The name "Columns of Gediminas" was given in the XIX century by historian Teodor Narbutt, who supposed that the symbol was Gediminas' insignia. The more exact name of the symbol is the Pillars of Gediminids, since there is no direct evidence of its connection with Grand Duke of Lithuania Gediminas.

Flower patterns.


10 Litų 1927

Tamošaitis Tamošaitis

At that time Lithuania was famous for being an agricultural country, so the theme was also to be depicted on the new banknote. The artist considered that it would be nice to depict a real, neat Lithuanian homestead. Antanas Tamošaitis, a friend of A. Žmuidzinavičius (1906-2005), a famous painter, textile artist, and collector of that time, offered an image of his homestead in the village of Barzdai (Šakiai district) and showed his photographs. A. Žmuidzinavičius was particularly attracted to the photograph of the sow, and he decided to transfer it to the banknote. Interestingly, the photo is not accidental, it actually depicts Antanas Tamošaitis' brother Juozas with his supporters, sowing cereals, and the homestead house in the background.

At November 24, 1927 The General Council of the Bank of Lithuania approved the project of A. Žmuidzinavičius at the meeting. Contract signed with "Bradbury Wilkinson & Co", England. Initially, it was intended to print $ 3 million. notes that the English firm undertook to bring to Lithuania. The firm was paid £5,250 for the work. The most important drawings of the banknote were hand-etched steel cliches, while others were modern duplex techniques. Banknotes in circulation appeared at April 28, 1928. At the request of the Bank of Lithuania, they were printed without watermarks, so they were heavily counterfeited.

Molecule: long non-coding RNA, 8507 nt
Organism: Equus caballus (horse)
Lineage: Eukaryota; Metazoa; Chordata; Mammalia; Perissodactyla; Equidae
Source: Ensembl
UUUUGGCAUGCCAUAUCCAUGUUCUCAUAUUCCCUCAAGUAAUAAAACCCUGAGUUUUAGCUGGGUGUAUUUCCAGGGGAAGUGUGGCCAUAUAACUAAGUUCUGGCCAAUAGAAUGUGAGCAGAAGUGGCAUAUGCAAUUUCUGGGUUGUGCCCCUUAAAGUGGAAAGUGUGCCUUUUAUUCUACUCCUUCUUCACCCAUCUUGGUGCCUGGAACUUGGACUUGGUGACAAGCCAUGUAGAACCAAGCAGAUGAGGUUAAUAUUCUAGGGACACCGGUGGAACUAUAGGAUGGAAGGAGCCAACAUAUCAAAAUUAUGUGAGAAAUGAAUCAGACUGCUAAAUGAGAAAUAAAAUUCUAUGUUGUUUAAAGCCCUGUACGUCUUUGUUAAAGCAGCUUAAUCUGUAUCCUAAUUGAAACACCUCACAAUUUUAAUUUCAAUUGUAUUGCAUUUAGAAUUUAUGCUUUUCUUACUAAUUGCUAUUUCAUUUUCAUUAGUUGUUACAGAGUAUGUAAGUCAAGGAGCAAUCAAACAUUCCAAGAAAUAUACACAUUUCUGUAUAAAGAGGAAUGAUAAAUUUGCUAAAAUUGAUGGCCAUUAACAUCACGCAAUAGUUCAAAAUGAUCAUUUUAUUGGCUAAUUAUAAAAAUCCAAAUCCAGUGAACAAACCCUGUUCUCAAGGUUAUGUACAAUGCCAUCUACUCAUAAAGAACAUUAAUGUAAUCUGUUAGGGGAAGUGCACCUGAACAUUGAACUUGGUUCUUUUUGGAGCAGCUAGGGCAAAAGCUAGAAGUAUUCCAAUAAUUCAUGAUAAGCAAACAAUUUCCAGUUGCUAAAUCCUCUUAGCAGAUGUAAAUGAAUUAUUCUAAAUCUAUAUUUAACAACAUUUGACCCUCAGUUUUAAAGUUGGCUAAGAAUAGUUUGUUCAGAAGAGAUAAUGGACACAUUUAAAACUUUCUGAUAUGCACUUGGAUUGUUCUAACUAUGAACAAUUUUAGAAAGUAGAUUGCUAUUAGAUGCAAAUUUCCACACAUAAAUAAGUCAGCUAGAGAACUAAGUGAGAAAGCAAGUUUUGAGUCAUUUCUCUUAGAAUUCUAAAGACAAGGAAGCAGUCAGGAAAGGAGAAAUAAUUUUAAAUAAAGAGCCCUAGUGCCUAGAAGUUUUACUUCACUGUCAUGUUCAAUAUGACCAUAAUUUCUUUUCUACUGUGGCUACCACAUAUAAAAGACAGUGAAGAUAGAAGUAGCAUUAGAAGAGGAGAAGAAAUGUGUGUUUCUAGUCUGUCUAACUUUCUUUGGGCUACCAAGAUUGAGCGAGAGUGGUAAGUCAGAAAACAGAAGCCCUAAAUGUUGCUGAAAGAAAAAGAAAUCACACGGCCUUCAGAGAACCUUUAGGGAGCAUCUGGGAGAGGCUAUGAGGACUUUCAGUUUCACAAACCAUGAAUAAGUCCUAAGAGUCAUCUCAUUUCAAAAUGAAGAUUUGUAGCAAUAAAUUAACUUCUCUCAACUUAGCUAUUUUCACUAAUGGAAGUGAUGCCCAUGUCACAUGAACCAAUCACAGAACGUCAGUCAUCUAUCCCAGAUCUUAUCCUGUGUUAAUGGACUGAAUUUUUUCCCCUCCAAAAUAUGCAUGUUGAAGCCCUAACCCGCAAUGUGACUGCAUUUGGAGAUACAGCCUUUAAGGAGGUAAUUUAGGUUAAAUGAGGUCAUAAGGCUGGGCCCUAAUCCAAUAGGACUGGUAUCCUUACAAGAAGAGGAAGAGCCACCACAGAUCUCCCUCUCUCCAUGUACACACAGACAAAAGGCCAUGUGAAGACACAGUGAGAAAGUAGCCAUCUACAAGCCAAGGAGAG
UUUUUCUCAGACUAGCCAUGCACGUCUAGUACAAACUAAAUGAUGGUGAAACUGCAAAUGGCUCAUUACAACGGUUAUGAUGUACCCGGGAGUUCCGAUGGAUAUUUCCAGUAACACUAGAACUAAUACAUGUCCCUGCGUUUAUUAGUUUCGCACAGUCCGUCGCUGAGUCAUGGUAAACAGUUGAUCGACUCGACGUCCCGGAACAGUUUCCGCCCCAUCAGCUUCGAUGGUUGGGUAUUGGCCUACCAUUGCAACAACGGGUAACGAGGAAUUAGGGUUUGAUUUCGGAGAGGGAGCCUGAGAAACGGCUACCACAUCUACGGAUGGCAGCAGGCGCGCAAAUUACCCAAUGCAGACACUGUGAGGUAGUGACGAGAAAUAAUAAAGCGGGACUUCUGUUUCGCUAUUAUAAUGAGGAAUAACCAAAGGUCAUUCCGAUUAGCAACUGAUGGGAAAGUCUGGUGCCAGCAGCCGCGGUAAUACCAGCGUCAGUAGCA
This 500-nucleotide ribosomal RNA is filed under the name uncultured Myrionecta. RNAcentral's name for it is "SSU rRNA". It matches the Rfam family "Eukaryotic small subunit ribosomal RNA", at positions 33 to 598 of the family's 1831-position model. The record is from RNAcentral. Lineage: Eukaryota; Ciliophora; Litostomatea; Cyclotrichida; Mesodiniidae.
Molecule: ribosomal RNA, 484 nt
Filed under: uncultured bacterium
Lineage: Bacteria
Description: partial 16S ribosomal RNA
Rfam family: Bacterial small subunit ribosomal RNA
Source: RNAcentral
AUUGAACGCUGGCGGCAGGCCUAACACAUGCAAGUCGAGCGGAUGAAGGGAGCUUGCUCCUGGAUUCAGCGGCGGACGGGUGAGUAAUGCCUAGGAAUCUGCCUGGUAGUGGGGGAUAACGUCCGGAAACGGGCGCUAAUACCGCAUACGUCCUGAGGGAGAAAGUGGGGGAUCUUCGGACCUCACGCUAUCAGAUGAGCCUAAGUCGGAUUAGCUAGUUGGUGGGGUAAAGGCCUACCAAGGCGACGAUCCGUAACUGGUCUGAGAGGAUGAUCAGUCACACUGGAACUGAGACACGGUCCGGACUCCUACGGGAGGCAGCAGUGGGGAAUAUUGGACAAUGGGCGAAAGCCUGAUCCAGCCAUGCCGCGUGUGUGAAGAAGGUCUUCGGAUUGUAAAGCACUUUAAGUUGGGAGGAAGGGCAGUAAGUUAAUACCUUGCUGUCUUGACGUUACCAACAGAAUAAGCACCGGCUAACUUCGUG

And what is the fate of the Tamošaitis brothers? Juozas, who had a large family, had to keep 50 hectares of land in the village of Beards, where he had to farm. Unfortunately, the story has taken a different turn. Lithuania was occupied, the family devastated, Antanas Tamošaitis moved to the West and lived almost all his life in Canada, and his brother was deported to Siberia. Homesteads depicted on 1927 The 10 litas banknote was also left. ( .lit)


Designer: Antanas Žmuidzinavičius (1876-1966). At that time the artist was probably the most famous of the interwar Lithuania. It was he who received the order to design the 10 litas banknote.

In 1927-1930, in Lithuania, were issued new banknotes. New 5, 10, 20, 50 and 100 Litas banknotes were printed in a "Bradbury, Wilkinson & Co. Ltd." A new type of banknote designs were created by famous painters: A. Galdikas, A. and V. Jomantas Žmuidzinavičius. The money represents the state, reflects the ideology of the latter, so the young Republic of Lithuania marked banknotes The National symbols of Dukes and public figures, portraits and images of major cities and coats of arms. Banknotes were portrayed the symbols that represent the spirit of the nation and national identity - the sower, Spinner, rafter, Lietuvaitė (Lithuanian) national costumes, Lithuanian folk art ornaments, small folk architecture, fabric patterns and stripes motifs. The projects of banknotes were considered and approved by the General Council of the Bank of Lithuania.